Wednesday, April 15, 2015

Forced Subrogation by the Insurer/Underwriter?

Insurance underwriter sues driver for workers’ compensation payments

Source: Madison-St. Clair Record
April 13, 2015

A Madison County insurance company filed suit on behalf of its client for a workers’ compensation claim it had to pay when its employee was injured in a traffic collision.

Twin City Fire Insurance Co., on behalf of Juneau Associates Inc. PC, filed the lawsuit against Scott Heatherly of Granite City on March 27 in Madison County Circuit Court, alleging vehicular negligence in a 2013 accident.

The plaintiff underwrites workers’ compensation insurance policies for Illinois companies. Its client, Juneau Associates, is an engineering firm headquartered in Granite City, and Scott Ryan was an employee of Juneau, operating a motor vehicle in his capacity as an employee.

According to the complaint, the defendant sped past a vehicle operated by Ryan while driving south on Madison Avenue in Granite City on April 2, 2013. The lawsuit states that Heatherly swerved his car into the path of Ryan’s vehicle, striking the front driver’s side of the car.

In response to the collision, Ryan steered his car onto the curb and sidewalk, according to the lawsuit. The suit alleges Ryan sustained back injuries requiring treatment and surgery. He subsequently filed a worker’s compensation claim for which the plaintiff has paid $165,000 to date.

The complaint alleges that Heatherly was negligent by driving excessively fast, maneuvering his vehicle directly into the path of Ryan’s car, colliding with the car and failing to decrease his speed and operate his vehicle safely.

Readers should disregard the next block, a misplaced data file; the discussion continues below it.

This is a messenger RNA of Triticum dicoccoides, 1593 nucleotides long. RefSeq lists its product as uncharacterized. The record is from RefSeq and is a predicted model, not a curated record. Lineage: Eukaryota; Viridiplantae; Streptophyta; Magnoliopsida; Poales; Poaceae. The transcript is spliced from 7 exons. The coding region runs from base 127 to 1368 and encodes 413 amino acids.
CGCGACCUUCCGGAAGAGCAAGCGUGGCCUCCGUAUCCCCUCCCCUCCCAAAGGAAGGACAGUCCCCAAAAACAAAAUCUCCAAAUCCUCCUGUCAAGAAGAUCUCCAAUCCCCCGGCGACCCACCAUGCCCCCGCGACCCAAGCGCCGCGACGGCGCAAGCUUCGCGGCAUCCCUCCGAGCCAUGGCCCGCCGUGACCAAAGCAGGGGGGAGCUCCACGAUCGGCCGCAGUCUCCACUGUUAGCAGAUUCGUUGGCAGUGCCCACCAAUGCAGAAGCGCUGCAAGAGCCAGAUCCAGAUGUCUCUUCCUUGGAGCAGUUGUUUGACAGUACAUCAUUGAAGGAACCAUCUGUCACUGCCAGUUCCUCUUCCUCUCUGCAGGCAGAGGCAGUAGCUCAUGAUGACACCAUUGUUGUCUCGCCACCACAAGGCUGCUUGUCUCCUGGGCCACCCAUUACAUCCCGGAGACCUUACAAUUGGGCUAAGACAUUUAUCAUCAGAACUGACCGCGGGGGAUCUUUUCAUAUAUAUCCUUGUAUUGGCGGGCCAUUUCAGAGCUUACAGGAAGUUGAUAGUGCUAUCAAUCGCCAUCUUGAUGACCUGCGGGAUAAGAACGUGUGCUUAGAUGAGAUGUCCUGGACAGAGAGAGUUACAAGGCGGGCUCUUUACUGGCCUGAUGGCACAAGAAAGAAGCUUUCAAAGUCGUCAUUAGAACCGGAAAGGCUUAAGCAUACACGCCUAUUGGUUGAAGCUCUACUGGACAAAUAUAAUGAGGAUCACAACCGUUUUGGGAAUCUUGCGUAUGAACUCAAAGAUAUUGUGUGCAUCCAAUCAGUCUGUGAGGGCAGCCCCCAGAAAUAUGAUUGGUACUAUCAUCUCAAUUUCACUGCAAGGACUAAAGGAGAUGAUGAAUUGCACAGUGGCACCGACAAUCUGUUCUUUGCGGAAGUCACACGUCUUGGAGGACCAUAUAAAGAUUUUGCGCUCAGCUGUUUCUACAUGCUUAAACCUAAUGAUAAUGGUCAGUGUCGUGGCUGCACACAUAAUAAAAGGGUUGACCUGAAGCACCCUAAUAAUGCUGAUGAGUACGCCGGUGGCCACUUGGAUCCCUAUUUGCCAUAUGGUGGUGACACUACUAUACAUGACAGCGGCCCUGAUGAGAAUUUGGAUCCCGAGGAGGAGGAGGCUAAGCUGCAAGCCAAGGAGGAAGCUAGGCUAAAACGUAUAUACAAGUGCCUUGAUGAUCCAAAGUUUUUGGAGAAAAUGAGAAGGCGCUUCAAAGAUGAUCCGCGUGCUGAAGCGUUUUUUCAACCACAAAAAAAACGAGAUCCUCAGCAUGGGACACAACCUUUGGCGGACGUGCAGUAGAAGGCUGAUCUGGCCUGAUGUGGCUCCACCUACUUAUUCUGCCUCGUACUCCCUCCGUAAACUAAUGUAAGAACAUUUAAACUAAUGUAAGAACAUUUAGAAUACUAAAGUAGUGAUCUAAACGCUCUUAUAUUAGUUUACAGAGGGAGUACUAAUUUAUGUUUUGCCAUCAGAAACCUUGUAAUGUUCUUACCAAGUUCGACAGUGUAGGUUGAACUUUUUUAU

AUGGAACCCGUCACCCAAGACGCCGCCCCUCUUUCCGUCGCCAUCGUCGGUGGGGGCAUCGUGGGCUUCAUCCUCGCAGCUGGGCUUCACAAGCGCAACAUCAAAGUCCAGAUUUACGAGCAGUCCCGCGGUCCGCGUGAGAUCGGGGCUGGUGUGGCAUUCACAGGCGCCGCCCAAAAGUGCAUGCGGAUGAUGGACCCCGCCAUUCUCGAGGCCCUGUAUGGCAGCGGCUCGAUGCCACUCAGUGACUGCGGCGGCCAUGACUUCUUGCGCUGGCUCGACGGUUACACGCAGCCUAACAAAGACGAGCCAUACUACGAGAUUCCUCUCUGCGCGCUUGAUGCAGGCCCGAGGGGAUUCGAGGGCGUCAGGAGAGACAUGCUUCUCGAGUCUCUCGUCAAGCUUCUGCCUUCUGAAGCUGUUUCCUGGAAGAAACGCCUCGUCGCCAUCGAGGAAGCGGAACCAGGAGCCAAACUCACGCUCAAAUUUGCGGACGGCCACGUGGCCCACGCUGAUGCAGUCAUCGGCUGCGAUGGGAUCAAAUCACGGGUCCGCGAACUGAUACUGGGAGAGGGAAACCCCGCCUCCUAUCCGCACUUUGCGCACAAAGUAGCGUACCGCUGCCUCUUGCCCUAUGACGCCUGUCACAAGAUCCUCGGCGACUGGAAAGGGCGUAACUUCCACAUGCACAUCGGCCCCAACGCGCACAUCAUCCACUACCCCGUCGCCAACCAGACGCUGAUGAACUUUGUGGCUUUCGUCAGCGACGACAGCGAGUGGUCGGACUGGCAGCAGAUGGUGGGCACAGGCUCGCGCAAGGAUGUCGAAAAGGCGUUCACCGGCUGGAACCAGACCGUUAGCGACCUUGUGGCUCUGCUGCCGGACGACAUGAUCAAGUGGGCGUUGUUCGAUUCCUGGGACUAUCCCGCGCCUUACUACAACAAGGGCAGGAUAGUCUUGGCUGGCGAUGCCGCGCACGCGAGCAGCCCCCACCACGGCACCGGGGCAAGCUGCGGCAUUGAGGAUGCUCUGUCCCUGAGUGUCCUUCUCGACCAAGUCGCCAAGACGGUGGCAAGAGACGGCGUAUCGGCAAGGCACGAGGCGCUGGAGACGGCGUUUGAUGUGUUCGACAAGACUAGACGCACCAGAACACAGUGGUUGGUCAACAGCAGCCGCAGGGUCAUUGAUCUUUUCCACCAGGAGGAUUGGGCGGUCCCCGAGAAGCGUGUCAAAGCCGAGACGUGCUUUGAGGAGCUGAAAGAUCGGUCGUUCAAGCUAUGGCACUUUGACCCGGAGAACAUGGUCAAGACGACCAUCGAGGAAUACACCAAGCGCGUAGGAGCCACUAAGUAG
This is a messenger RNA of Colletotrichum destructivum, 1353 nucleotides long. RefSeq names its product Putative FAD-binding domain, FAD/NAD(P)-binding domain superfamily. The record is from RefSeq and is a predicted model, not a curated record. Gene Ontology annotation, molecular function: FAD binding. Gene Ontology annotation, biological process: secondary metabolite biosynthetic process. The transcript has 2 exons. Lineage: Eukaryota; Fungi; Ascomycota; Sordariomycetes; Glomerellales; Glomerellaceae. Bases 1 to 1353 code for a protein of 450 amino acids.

Twin Cities, as subrogee of Juneau, seeks damages in excess of $50,000, plus attorneys’ fees and costs. The firm is represented in the case by Jeffrey Arnold of Whelan Arnold in Downers Grove.

Madison County Circuit Court case number 15-L-400


I think that this is a good thing because there is nothing an employer can do to prevent an accident that is someone else's fault.

In accidents that are the fault of another party, I ALWAYS have the insurance carrier file a notice of subrogation (in case the employee sues). Some employees will wait until they exhaust work comp benefits to sue. This is so that they can "double-dip."

Thank you for reading.

Wednesday, February 4, 2015

Tri-State Trouble?

Febuary 14, 2015
New York City:

I heard that today Tri-State PEO and Tri-State Staffing might be in trouble, filing Chapter 11 bankruptcy. They are a publicly traded company. 

This has NOT been confirmed!

I am the first to report this.
I will report as I learn more.

no compensation for worker whose breasts were secretly photographed

I realize that this is Australasia, but this brings up a good point about workplace violence and sexual harassment.

A Queensland State Library employee has been denied compensation for a mental injury caused by her supervisor taking secret photos of her at work.

In the somewhat surprising ruling of Waugh v Simon Blackwood (2014), the Queensland Industrial Relations Commission upheld the decision of the state's Workers' Compensation Regulator to reject the employee's application. Astrid Waugh had suffered a psychological injury (an adjustment disorder) when her employer told her about photos of her that were covertly taken by her superior, Bruce McGregor. Six of the photos focused on her breasts. They were taken while Waugh was at work. Their existence was revealed to Waugh during meetings with the library's human resources and managerial staff.

Waugh developed her injury from both the primary stressor, McGregor's sexual harassment in taking the photographs, and a secondary stressor, the manner in which managers informed her of and dealt with the incident.

Deputy President Les Kaufmann found that: "Even if it could be said that the injury arose out of, or in the course of, her employment, the employment was not a significant contributing factor. The significant contributing factor was the taking of the photographs by Mr McGregor. This had nothing to do with the employment."